Although a grand jury declined to indict the two Cleveland police officers involved in the shooting of 12-year-old Tamir Rice, Cuyahoga County Prosecutor Timothy McGinty wasn’t exactly acting like a someone who had suffered a major legal failure.
At a press conference on Monday, McGinty made no secret of the fact that he agreed with the decision, admitting that he had recommended to the grand jury that it not indict officers Timothy Loehmann and Frank Garmback.
The prosecutor had already attempted to convince the grand jury not to indict the men, commissioning expert reports that called their guilt into question and then leaking those reports to the media. As The Huffington Post’s Cristian Farias wrote, McGinty “turned the grand jury in the Tamir Rice case into his plaything.”
But on Monday, he didn’t merely suggest that the police officers’ use of force against Rice was justified. He selectively used information to excuse and defend their actions, and implicitly blamed the unarmed African-American boy who was killed — something that is all too common in police killings.
Here are some of McGinty’s most questionable claims and observations:
Timothy Loehmann was a ‘reasonable’ police officer.
McGinty characterized Timothy Loehmann — who shot Rice within seconds of arriving on the scene — as a “reasonable” police officer. The grand jury also declined to indict Frank Garmback, who drove Loehmann in the police cruiser.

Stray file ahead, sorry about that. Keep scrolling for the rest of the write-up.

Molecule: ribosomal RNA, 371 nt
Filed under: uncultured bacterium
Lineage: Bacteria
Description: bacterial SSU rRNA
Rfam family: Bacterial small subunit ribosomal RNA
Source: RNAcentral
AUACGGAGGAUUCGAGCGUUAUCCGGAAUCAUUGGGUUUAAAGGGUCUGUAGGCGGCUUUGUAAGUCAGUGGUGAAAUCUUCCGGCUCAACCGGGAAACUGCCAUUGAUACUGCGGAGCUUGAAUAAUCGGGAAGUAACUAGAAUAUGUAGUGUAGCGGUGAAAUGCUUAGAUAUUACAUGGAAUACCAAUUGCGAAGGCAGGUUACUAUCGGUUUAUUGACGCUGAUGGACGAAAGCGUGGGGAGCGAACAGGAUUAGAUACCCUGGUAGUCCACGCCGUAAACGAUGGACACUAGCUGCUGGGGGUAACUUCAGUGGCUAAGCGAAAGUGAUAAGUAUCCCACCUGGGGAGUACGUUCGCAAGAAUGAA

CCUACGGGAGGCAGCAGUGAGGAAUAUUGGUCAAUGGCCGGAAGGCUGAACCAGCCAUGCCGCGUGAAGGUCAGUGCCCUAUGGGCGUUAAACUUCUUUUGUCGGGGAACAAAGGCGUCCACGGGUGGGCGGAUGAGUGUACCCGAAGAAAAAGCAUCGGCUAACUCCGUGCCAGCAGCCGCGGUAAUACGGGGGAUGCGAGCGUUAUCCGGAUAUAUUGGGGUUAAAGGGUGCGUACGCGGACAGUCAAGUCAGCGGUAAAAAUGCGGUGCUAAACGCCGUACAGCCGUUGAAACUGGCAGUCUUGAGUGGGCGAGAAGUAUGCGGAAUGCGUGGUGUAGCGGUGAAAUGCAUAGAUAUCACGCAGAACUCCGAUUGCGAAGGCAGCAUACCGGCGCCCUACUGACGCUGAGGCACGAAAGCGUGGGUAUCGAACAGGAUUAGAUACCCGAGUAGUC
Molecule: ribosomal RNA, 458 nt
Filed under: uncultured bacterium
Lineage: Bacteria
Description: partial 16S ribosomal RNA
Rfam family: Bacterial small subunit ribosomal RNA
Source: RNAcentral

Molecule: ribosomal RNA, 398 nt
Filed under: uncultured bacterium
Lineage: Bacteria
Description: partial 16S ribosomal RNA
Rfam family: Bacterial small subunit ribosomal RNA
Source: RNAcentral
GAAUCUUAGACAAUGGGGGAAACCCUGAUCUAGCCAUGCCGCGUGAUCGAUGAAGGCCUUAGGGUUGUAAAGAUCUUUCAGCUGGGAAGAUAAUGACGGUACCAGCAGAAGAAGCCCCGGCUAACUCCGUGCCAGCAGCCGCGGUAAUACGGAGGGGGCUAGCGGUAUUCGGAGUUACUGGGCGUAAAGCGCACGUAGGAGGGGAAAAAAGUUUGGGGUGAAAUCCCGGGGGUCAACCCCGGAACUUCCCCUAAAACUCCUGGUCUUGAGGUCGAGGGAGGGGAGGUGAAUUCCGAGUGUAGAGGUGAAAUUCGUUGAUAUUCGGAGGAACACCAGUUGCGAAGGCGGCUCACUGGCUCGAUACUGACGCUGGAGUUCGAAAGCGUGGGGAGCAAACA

“The Supreme Court instructs to judge an officer by what he or she knew at the moment, not by what was learned later,” McGinty said. “We are instructed to ask what a reasonable police officer, with the knowledge he had, would do in this particular situation.”
But McGinty failed to explain that Loehmann’s perception of what was “reasonable” may have been questionable.
After five months on the job, Loehmann quit the police force of the Cleveland suburb of Independence, Ohio, in December 2012, days after a deputy police chief recommended his dismissal. The deputy police chief based his recommendation on a firearms instructor’s report, obtained by NBC News, that Loehmann was experiencing an “emotional meltdown” that made his facility with a handgun “dismal.”
“They put a police officer in this situation who had a history of mental health problems,” said Michael Benza, a criminal law professor at Case Western Reserve University in Cleveland. “It may not have been ‘reasonable’ for him to shoot given his mental issues.”